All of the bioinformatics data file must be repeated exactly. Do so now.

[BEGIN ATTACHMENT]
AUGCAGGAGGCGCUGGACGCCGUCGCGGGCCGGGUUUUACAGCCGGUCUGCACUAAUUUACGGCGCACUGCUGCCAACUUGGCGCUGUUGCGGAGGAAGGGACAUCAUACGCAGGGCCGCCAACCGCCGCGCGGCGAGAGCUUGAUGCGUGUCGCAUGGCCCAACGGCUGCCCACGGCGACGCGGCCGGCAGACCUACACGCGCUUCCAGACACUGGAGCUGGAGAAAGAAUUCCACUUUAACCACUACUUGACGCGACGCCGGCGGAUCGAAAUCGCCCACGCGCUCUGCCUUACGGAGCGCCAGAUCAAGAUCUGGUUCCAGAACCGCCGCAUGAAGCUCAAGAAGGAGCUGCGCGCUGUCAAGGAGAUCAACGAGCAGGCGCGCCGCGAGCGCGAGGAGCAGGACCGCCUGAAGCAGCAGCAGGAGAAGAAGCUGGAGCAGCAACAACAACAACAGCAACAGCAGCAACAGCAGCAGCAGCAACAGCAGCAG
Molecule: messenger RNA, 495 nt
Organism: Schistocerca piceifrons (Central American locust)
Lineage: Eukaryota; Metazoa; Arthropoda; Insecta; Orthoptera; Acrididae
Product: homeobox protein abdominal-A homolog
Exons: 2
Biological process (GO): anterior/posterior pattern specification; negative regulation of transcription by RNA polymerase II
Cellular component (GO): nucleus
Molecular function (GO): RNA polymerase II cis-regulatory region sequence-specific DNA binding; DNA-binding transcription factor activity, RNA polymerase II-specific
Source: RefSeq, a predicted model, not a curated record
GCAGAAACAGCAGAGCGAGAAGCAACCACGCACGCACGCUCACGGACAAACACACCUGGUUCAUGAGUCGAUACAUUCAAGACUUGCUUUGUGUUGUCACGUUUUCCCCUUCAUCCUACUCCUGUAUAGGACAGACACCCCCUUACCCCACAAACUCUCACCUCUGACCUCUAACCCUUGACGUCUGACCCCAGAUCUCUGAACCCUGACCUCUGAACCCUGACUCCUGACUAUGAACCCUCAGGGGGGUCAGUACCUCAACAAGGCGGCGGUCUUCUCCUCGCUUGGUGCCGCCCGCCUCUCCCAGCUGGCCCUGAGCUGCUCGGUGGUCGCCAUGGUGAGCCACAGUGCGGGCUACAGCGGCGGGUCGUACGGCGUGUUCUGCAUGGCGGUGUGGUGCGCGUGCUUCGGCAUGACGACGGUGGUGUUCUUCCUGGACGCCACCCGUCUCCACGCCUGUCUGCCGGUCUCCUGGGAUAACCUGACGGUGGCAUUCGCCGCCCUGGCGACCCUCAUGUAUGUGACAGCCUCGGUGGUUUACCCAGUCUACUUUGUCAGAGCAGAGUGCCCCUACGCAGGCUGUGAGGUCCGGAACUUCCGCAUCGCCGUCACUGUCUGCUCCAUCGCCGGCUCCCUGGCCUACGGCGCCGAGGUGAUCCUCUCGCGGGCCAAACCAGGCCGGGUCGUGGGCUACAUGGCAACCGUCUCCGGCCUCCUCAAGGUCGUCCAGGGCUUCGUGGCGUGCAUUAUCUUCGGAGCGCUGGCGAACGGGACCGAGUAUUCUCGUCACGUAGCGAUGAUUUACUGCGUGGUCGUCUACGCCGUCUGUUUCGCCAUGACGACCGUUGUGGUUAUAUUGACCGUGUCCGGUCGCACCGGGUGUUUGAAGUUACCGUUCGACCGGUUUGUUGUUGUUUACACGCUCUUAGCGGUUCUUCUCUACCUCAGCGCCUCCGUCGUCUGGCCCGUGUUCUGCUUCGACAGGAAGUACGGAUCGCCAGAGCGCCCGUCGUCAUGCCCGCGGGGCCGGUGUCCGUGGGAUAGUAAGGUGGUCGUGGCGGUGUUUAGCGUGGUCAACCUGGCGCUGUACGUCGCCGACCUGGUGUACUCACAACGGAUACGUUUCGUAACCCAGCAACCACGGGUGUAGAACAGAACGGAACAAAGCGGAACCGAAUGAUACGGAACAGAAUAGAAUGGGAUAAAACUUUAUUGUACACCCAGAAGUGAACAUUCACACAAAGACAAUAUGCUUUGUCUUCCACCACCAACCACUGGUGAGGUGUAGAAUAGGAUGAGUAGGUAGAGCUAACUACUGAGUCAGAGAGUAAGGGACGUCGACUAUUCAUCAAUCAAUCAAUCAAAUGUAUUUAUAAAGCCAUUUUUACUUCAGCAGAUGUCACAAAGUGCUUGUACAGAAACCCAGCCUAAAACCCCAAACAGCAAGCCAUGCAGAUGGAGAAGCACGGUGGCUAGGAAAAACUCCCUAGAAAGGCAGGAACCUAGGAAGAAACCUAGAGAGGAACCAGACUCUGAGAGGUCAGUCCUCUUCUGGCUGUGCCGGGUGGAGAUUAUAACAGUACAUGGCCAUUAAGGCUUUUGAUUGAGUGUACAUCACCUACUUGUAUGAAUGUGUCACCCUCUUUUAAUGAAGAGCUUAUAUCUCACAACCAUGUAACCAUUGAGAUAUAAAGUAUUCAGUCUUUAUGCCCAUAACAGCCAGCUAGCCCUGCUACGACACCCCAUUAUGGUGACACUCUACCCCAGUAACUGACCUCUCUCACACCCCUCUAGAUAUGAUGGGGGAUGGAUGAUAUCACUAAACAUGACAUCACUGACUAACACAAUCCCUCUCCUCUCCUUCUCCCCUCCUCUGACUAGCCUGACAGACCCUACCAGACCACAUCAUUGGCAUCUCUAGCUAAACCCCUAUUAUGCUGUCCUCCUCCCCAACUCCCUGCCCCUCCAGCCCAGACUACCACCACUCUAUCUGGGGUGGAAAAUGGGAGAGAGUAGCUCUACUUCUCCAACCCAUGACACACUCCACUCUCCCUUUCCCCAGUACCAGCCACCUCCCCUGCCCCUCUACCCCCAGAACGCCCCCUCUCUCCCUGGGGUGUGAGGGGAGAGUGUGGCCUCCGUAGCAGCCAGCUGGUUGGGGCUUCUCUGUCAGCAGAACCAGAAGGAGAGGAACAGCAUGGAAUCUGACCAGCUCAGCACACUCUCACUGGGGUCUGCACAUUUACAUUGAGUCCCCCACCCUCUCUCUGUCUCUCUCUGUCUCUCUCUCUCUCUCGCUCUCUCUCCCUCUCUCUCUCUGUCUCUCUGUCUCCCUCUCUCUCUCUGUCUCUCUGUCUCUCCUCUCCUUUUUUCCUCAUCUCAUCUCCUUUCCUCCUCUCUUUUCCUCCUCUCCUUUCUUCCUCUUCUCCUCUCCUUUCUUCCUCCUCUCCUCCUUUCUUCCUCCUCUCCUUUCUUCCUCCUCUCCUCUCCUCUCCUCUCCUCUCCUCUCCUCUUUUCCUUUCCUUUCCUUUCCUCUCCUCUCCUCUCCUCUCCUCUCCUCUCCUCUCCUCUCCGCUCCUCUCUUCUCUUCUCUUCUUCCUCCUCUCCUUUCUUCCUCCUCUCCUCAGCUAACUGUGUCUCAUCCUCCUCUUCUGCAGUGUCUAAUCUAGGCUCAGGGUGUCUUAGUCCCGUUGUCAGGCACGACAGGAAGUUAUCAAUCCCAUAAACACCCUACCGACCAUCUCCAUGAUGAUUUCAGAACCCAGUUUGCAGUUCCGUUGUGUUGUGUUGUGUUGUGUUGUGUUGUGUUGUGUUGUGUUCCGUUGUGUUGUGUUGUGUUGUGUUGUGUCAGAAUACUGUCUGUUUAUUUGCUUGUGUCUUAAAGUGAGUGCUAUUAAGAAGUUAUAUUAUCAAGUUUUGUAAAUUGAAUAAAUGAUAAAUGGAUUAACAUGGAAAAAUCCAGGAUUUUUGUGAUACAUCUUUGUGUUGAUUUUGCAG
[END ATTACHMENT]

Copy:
AUGCAGGAGGCGCUGGACGCCGUCGCGGGCCGGGUUUUACAGCCGGUCUGCACUAAUUUACGGCGCACUGCUGCCAACUUGGCGCUGUUGCGGAGGAAGGGACAUCAUACGCAGGGCCGCCAACCGCCGCGCGGCGAGAGCUUGAUGCGUGUCGCAUGGCCCAACGGCUGCCCACGGCGACGCGGCCGGCAGACCUACACGCGCUUCCAGACACUGGAGCUGGAGAAAGAAUUCCACUUUAACCACUACUUGACGCGACGCCGGCGGAUCGAAAUCGCCCACGCGCUCUGCCUUACGGAGCGCCAGAUCAAGAUCUGGUUCCAGAACCGCCGCAUGAAGCUCAAGAAGGAGCUGCGCGCUGUCAAGGAGAUCAACGAGCAGGCGCGCCGCGAGCGCGAGGAGCAGGACCGCCUGAAGCAGCAGCAGGAGAAGAAGCUGGAGCAGCAACAACAACAACAGCAACAGCAGCAACAGCAGCAGCAGCAACAGCAGCAG
Molecule: messenger RNA, 495 nt
Organism: Schistocerca piceifrons (Central American locust)
Lineage: Eukaryota; Metazoa; Arthropoda; Insecta; Orthoptera; Acrididae
Product: homeobox protein abdominal-A homolog
Exons: 2
Biological process (GO): anterior/posterior pattern specification; negative regulation of transcription by RNA polymerase II
Cellular component (GO): nucleus
Molecular function (GO): RNA polymerase II cis-regulatory region sequence-specific DNA binding; DNA-binding transcription factor activity, RNA polymerase II-specific
Source: RefSeq, a predicted model, not a curated record
GCAGAAACAGCAGAGCGAGAAGCAACCACGCACGCACGCUCACGGACAAACACACCUGGUUCAUGAGUCGAUACAUUCAAGACUUGCUUUGUGUUGUCACGUUUUCCCCUUCAUCCUACUCCUGUAUAGGACAGACACCCCCUUACCCCACAAACUCUCACCUCUGACCUCUAACCCUUGACGUCUGACCCCAGAUCUCUGAACCCUGACCUCUGAACCCUGACUCCUGACUAUGAACCCUCAGGGGGGUCAGUACCUCAACAAGGCGGCGGUCUUCUCCUCGCUUGGUGCCGCCCGCCUCUCCCAGCUGGCCCUGAGCUGCUCGGUGGUCGCCAUGGUGAGCCACAGUGCGGGCUACAGCGGCGGGUCGUACGGCGUGUUCUGCAUGGCGGUGUGGUGCGCGUGCUUCGGCAUGACGACGGUGGUGUUCUUCCUGGACGCCACCCGUCUCCACGCCUGUCUGCCGGUCUCCUGGGAUAACCUGACGGUGGCAUUCGCCGCCCUGGCGACCCUCAUGUAUGUGACAGCCUCGGUGGUUUACCCAGUCUACUUUGUCAGAGCAGAGUGCCCCUACGCAGGCUGUGAGGUCCGGAACUUCCGCAUCGCCGUCACUGUCUGCUCCAUCGCCGGCUCCCUGGCCUACGGCGCCGAGGUGAUCCUCUCGCGGGCCAAACCAGGCCGGGUCGUGGGCUACAUGGCAACCGUCUCCGGCCUCCUCAAGGUCGUCCAGGGCUUCGUGGCGUGCAUUAUCUUCGGAGCGCUGGCGAACGGGACCGAGUAUUCUCGUCACGUAGCGAUGAUUUACUGCGUGGUCGUCUACGCCGUCUGUUUCGCCAUGACGACCGUUGUGGUUAUAUUGACCGUGUCCGGUCGCACCGGGUGUUUGAAGUUACCGUUCGACCGGUUUGUUGUUGUUUACACGCUCUUAGCGGUUCUUCUCUACCUCAGCGCCUCCGUCGUCUGGCCCGUGUUCUGCUUCGACAGGAAGUACGGAUCGCCAGAGCGCCCGUCGUCAUGCCCGCGGGGCCGGUGUCCGUGGGAUAGUAAGGUGGUCGUGGCGGUGUUUAGCGUGGUCAACCUGGCGCUGUACGUCGCCGACCUGGUGUACUCACAACGGAUACGUUUCGUAACCCAGCAACCACGGGUGUAGAACAGAACGGAACAAAGCGGAACCGAAUGAUACGGAACAGAAUAGAAUGGGAUAAAACUUUAUUGUACACCCAGAAGUGAACAUUCACACAAAGACAAUAUGCUUUGUCUUCCACCACCAACCACUGGUGAGGUGUAGAAUAGGAUGAGUAGGUAGAGCUAACUACUGAGUCAGAGAGUAAGGGACGUCGACUAUUCAUCAAUCAAUCAAUCAAAUGUAUUUAUAAAGCCAUUUUUACUUCAGCAGAUGUCACAAAGUGCUUGUACAGAAACCCAGCCUAAAACCCCAAACAGCAAGCCAUGCAGAUGGAGAAGCACGGUGGCUAGGAAAAACUCCCUAGAAAGGCAGGAACCUAGGAAGAAACCUAGAGAGGAACCAGACUCUGAGAGGUCAGUCCUCUUCUGGCUGUGCCGGGUGGAGAUUAUAACAGUACAUGGCCAUUAAGGCUUUUGAUUGAGUGUACAUCACCUACUUGUAUGAAUGUGUCACCCUCUUUUAAUGAAGAGCUUAUAUCUCACAACCAUGUAACCAUUGAGAUAUAAAGUAUUCAGUCUUUAUGCCCAUAACAGCCAGCUAGCCCUGCUACGACACCCCAUUAUGGUGACACUCUACCCCAGUAACUGACCUCUCUCACACCCCUCUAGAUAUGAUGGGGGAUGGAUGAUAUCACUAAACAUGACAUCACUGACUAACACAAUCCCUCUCCUCUCCUUCUCCCCUCCUCUGACUAGCCUGACAGACCCUACCAGACCACAUCAUUGGCAUCUCUAGCUAAACCCCUAUUAUGCUGUCCUCCUCCCCAACUCCCUGCCCCUCCAGCCCAGACUACCACCACUCUAUCUGGGGUGGAAAAUGGGAGAGAGUAGCUCUACUUCUCCAACCCAUGACACACUCCACUCUCCCUUUCCCCAGUACCAGCCACCUCCCCUGCCCCUCUACCCCCAGAACGCCCCCUCUCUCCCUGGGGUGUGAGGGGAGAGUGUGGCCUCCGUAGCAGCCAGCUGGUUGGGGCUUCUCUGUCAGCAGAACCAGAAGGAGAGGAACAGCAUGGAAUCUGACCAGCUCAGCACACUCUCACUGGGGUCUGCACAUUUACAUUGAGUCCCCCACCCUCUCUCUGUCUCUCUCUGUCUCUCUCUCUCUCUCGCUCUCUCUCCCUCUCUCUCUCUGUCUCUCUGUCUCCCUCUCUCUCUCUGUCUCUCUGUCUCUCCUCUCCUUUUUUCCUCAUCUCAUCUCCUUUCCUCCUCUCUUUUCCUCCUCUCCUUUCUUCCUCUUCUCCUCUCCUUUCUUCCUCCUCUCCUCCUUUCUUCCUCCUCUCCUUUCUUCCUCCUCUCCUCUCCUCUCCUCUCCUCUCCUCUCCUCUUUUCCUUUCCUUUCCUUUCCUCUCCUCUCCUCUCCUCUCCUCUCCUCUCCUCUCCUCUCCGCUCCUCUCUUCUCUUCUCUUCUUCCUCCUCUCCUUUCUUCCUCCUCUCCUCAGCUAACUGUGUCUCAUCCUCCUCUUCUGCAGUGUCUAAUCUAGGCUCAGGGUGUCUUAGUCCCGUUGUCAGGCACGACAGGAAGUUAUCAAUCCCAUAAACACCCUACCGACCAUCUCCAUGAUGAUUUCAGAACCCAGUUUGCAGUUCCGUUGUGUUGUGUUGUGUUGUGUUGUGUUGUGUUGUGUUGUGUUCCGUUGUGUUGUGUUGUGUUGUGUUGUGUCAGAAUACUGUCUGUUUAUUUGCUUGUGUCUUAAAGUGAGUGCUAUUAAGAAGUUAUAUUAUCAAGUUUUGUAAAUUGAAUAAAUGAUAAAUGGAUUAACAUGGAAAAAUCCAGGAUUUUUGUGAUACAUCUUUGUGUUGAUUUUGCAG